The Major cancellation was really sad news. Not only did it mean that, once again, Dota is left without a LAN tournament for a prolonged period of time, but it also meant that the International qualification process would theoretically lose some of its integrity. Valve were quick to respond with regional finals to replace the Major and a pre-TI LAN into a 20-team The International later this year. This addresses most spectator concerns in regards to the DPC Tour One, but spectators are only half of what makes Dota the best esports. The second half, the teams themselves? Some of them are probably happy the Major got cancelled.
In the beginning there was nothing. Then, out of a roiling primordial soup of terribly unbalanced custom games arose Defense of the Ancients. In those early days, players roamed randomly around the map fighting whatever crossed their path. Individual strength and aggression lifted some to victory while others played a more strategic positional brand of warfare.
The Major cancellation news hit hard, but at least we still have some DPC games until the end of the season to keep us company. Most regions are also at least partially decided when it comes to relegations and this is going to be the focus of this week’s overview.
If you’ve played Dota for any amount of time, chances are you’ve had “The Pudge Experience”. Despite spending several years in a nearly unpickable state, Pudge has routinely maintained one of the highest pick rates in the game. Obviously the hero is iconic and fun to play but Dota is not a fun game when losing so the real question is; why pick a hero that actively makes it harder to win?
After an extended break the DPC is finally firing on all cylinders once again. Week four had a couple of really unexpected results and is showcasing how unpredictable the Chinese region can be this time around.
China is the last region to start their Division One Tour and with the recent Huya Winter Invitation we got a glimpse of what the meta in the league is going to look like. There are certainly a lot of meta staples, but a couple of rather interesting surprises as well.
The third week of this DPC season is over, mostly going as predicted. There were a couple of surprises along the way and some glimmer of hope for unexpectedly underperforming teams, so that’s what we are going to concentrate on today.
When someone says “position once carry” most players immediately assume something along the lines of Phantom Assassin: right-click heavy, late-game oriented character with a lot of physical damage coming from right-clicks. Some might also consider heroes like Outworld Destroyer or, depending on the patch, Silencer, with their pure damage attack modifiers. However, very few players will think of heroes like Leshrac or Pugna and that’s something we would like to talk about.
One good thing about Dota is that even when it technically stays the same for a prolonged period of time, players will still find ways of surprising their opponents. We are not sure whether this is what is allowing many younger, less experienced, and more experimental teams to overcome the veteran opposition in the regional leagues, but from a viewer’s perspective, Dota is still really enjoyable and really diverse.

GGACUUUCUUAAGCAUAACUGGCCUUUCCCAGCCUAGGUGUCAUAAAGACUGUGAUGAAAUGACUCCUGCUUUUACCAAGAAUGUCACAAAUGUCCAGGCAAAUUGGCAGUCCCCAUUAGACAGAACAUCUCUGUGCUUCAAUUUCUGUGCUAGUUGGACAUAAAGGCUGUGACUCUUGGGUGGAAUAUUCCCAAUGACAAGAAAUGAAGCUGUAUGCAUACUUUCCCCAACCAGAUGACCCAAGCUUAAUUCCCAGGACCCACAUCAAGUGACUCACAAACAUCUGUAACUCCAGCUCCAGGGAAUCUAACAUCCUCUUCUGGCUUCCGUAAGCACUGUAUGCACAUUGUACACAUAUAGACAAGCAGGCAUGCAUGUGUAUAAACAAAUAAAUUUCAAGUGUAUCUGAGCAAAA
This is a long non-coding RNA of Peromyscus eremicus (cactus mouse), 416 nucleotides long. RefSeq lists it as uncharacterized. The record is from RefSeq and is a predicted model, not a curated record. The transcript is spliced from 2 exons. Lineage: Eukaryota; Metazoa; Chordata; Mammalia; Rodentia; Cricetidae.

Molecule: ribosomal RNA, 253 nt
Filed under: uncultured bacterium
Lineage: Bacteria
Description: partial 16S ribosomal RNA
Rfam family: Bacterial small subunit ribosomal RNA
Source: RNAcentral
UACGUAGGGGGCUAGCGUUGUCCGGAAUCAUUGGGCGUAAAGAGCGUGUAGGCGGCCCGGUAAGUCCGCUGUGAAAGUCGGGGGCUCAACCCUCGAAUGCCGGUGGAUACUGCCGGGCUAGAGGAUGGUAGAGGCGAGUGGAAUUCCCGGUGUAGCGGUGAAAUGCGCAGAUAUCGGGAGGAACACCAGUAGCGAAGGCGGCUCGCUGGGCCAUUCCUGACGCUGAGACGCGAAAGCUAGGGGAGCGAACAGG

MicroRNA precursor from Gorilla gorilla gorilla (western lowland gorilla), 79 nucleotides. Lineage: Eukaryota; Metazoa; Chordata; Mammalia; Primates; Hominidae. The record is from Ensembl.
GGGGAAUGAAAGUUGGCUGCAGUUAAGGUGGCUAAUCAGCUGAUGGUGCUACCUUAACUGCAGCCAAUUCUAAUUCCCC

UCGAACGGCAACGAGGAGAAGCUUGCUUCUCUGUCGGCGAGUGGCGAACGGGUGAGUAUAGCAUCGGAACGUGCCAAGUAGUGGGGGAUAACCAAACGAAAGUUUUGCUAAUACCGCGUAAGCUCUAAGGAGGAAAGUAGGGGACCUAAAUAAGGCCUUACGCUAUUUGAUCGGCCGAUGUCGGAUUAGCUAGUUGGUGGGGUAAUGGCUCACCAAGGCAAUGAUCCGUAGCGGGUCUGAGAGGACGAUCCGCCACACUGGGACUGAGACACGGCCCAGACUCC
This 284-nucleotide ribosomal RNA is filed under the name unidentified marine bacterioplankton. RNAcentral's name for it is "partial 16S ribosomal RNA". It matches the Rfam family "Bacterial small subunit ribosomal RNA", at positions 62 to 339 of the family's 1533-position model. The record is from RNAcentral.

We talked recently about the power level of incoming new heroes and their impact on the game. Many of Dota’s original heroes have evolved with the game and been rebalanced or reworked to fit into 2021 Dota. Icefrog and crew have used talents, the Aghanim’s items and the occasional skil rework to breathe new life into many classic heroes. However, many heroes have struggled to adapt to capitalize on new items and a more mobility focused playstyle. Here are a couple heroes that could potentially use a bit of that imaginative magic to revamp their role and expand their possibilities in Dota.
The first week of the DPC went almost as expected, with almost being a crucial word. There were several notable upsets, several underperforming rosters, and there is still a lot of time to fix mistakes and make up for a bad beginning.
Going into DPC there are many great storylines we want to keep an eye on; the post-TI10 reshuffle was overall pretty brutal with many unexpected changes. While we won’t know for sure whether they are going to pay off before the teams actually play, it can be quite fun to speculate.
Marci started out as one of the strongest heroes in Dota, received some heavy and very deserved nerfs, yet still remains a foe to be reckoned with. Today we are going to look at how one goes about trying to deal with the hero and what weaknesses the hero has.
As 2021 starts to wind down, we here at Dotabuff asked ourselves what better way to celebrate than with a new Dotabuff Plus feature? Our answer: how about a new Dotabuff Plus feature AND a limited-time-only introductory price for Dotabuff Plus!
It’s crazy to think that Dota heroes have been consistently developed and released for almost two decades at this point. That is 122 unique opportunities to practice hero design, not to mention the countless patches of tweaking and reworking or the likelihood of many partially developed hero concepts. That is a lot of time to optimize what makes a good hero. It also means there are a lot of other moving pieces to consider when trying to create a hero that will be relevant and unique enough to be interesting.
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